Symphonies Nos. 1-7; Tapiola; Three Late Fragments. Oslo Philharmonic conducted by Klaus Mäkelä. Decca. $29.95 (4 CDs).
Consistently excellent orchestral performance by an ensemble not usually
associated with Sibelius almost makes the new set of the composer’s symphonies
on Decca a triumph. But not quite: no matter how fine the orchestra, it is
still in service to its conductor, and this is a cycle whose conductor seems
not quite sure where to take the music, how to present it, or just how to use
the first-rate sound and balance that the Oslo Philharmonic offers throughout.
It is not so much that Klaus Mäkelä lacks a vision for the
symphonies as that he has entirely different visions for most of them. To some
extent, this is fine – it is only retrospectively that a symphonic cycle can be
seen to have clear connective tissue. But in this case, Mäkelä as interpreter seems unsure what he
himself wants to say in leading each symphony – he treats each work not just as
a separate piece but almost as a separate kind
of piece, resulting in a feeling of episodic symphonic production by a composer
whose symphonies in fact have clear developmental traits throughout their
The contrast between the First and Second
symphonies can and indeed does stand for the overall unevenness of this cycle.
Symphony No. 2 is excellent, the strings (which are first-rate throughout all
the music) beautifully balanced and contrasted with the clarity of the
woodwinds, the oboe in the third movement’s Trio simply beautiful, the blazing
finale lit with fervor without ever seeming pretentious. Here Mäkelä perfectly balances the hesitancy and
halting nature of elements of the symphony, especially in the first movement,
with its structural arc and its eventual triumphal proclamation. But Symphony
No. 1, in contrast, seems to go almost nowhere. Here the music is episodic and
frequently disconnected, with individual sections nicely handled but little
sense of overall structure or forward momentum. It can certainly be argued that
the First is both derivative and diffuse, but the best conductors accept these
elements and meld them in such a way as to show where Sibelius is going, or
would go in the future. Mäkelä simply presents, making no
real attempt to connect the dots musically or emotionally; so the symphony
comes across more like a symphonic poem, and a rather scattered one at that.
The next symphonic pair here also turns
out to be a study in contrast. In the Third as in the First, there is little
cohesiveness, with the first movement fast-paced, the articulation light
throughout the work, the general sense of motion ever-present but the emotional
connection largely missing. The best thing here is the sheer clarity of the playing
– again, the orchestra itself almost, through its quality, rescuing a rather
mundane and overly straightforward interpretation. On the other hand, the
Fourth, which opens with sharp intensity that never quite lets up throughout,
has a level of personal tragedy and sorrow that absolutely compels attention
and is little short of riveting to hear. It is true that some of the lightness
of playing from the Third persists in the Fourth, but this seems, if anything,
to counterbalance the weightiness of the angst-laden communicativeness of the
score. This is not an interpretation that will necessarily please everyone, but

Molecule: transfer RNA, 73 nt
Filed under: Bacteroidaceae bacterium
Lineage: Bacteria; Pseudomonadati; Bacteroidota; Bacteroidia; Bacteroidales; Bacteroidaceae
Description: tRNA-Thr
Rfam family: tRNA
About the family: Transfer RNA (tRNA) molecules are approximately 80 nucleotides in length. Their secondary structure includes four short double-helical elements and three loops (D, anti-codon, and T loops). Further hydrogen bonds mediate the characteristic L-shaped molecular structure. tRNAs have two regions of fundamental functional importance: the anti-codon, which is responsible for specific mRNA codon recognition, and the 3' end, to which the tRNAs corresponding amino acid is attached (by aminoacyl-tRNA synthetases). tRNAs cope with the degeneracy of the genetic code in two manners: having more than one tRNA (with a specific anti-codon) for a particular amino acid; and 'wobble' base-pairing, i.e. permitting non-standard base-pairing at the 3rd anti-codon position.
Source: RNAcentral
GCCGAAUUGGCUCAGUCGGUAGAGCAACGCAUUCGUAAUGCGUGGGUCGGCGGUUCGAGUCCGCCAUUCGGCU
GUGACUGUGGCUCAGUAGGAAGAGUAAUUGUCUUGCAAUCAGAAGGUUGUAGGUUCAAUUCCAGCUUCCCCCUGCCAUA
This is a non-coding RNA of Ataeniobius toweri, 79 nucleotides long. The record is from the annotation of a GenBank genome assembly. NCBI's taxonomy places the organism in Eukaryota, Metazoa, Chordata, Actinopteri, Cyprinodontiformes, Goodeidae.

it is highly worthy on its own terms and makes a strong case for the extent of
Sibelius’ maturation by this stage of his symphonic development.
The Fifth is a mixed bag. The playing is just wonderful – what an impressive orchestra this turns out to be in this music! – but details of the interpretation misfire. The accelerando in the first movement is perfunctory, and the horns in the finale seem too far away for full effectiveness – although the very end of the symphony is beautifully handled. The Sixth comes across as emotionally lightweight, the clarity of the playing here actually working against emotional communicativeness. For some reason, Mäkelä downplays the contrasts that pervade the score, producing a sense of emotional withholding rather than full commitment – and while the third movement is highly energetic, the second and fourth seem restrained to the point of being blasé. The Seventh, though, is another high point in the cycle: although the transitions between sections in this one-movement work do not always flow smoothly, the sense of austere momentum is palpable, with the trombones especially impressive in setting a tone that may remind listeners that these instruments were once used primarily for emphasis in church music. Mäkelä follows the Seventh with Sibelius’ final tone poem, Tapiola, where the attentiveness to detail that made Symphony No. 1 seem episodic serves the music very well, allowing for constant shifts of color and mood that produce a highly expressive totality. And at the very end of this four-CD set are three fragments, lasting in total less than four minutes, that may (or may not) have been elements considered by Sibelius for a Symphony No. 8. The uncertainty of the provenance of those three fragments somehow seems totally appropriate for the conclusion of this beautifully recorded, excellently played Sibelius cycle: Mäkelä never fully establishes his own vision of the Sibelius symphonies and never fully embraces any particular overview that he thinks the composer himself might have possessed; instead, Mäkelä treats different symphonies so differently that a certain sense of incoherence pervades the cycle as a whole. Certainly it moves chronologically from the First through those final fragments, but structurally and emotionally, it often seems to lurch here and there, the interpretations filled with ups and downs that do not – within individual works or in the cycle as a whole – end up producing a cohesive totality.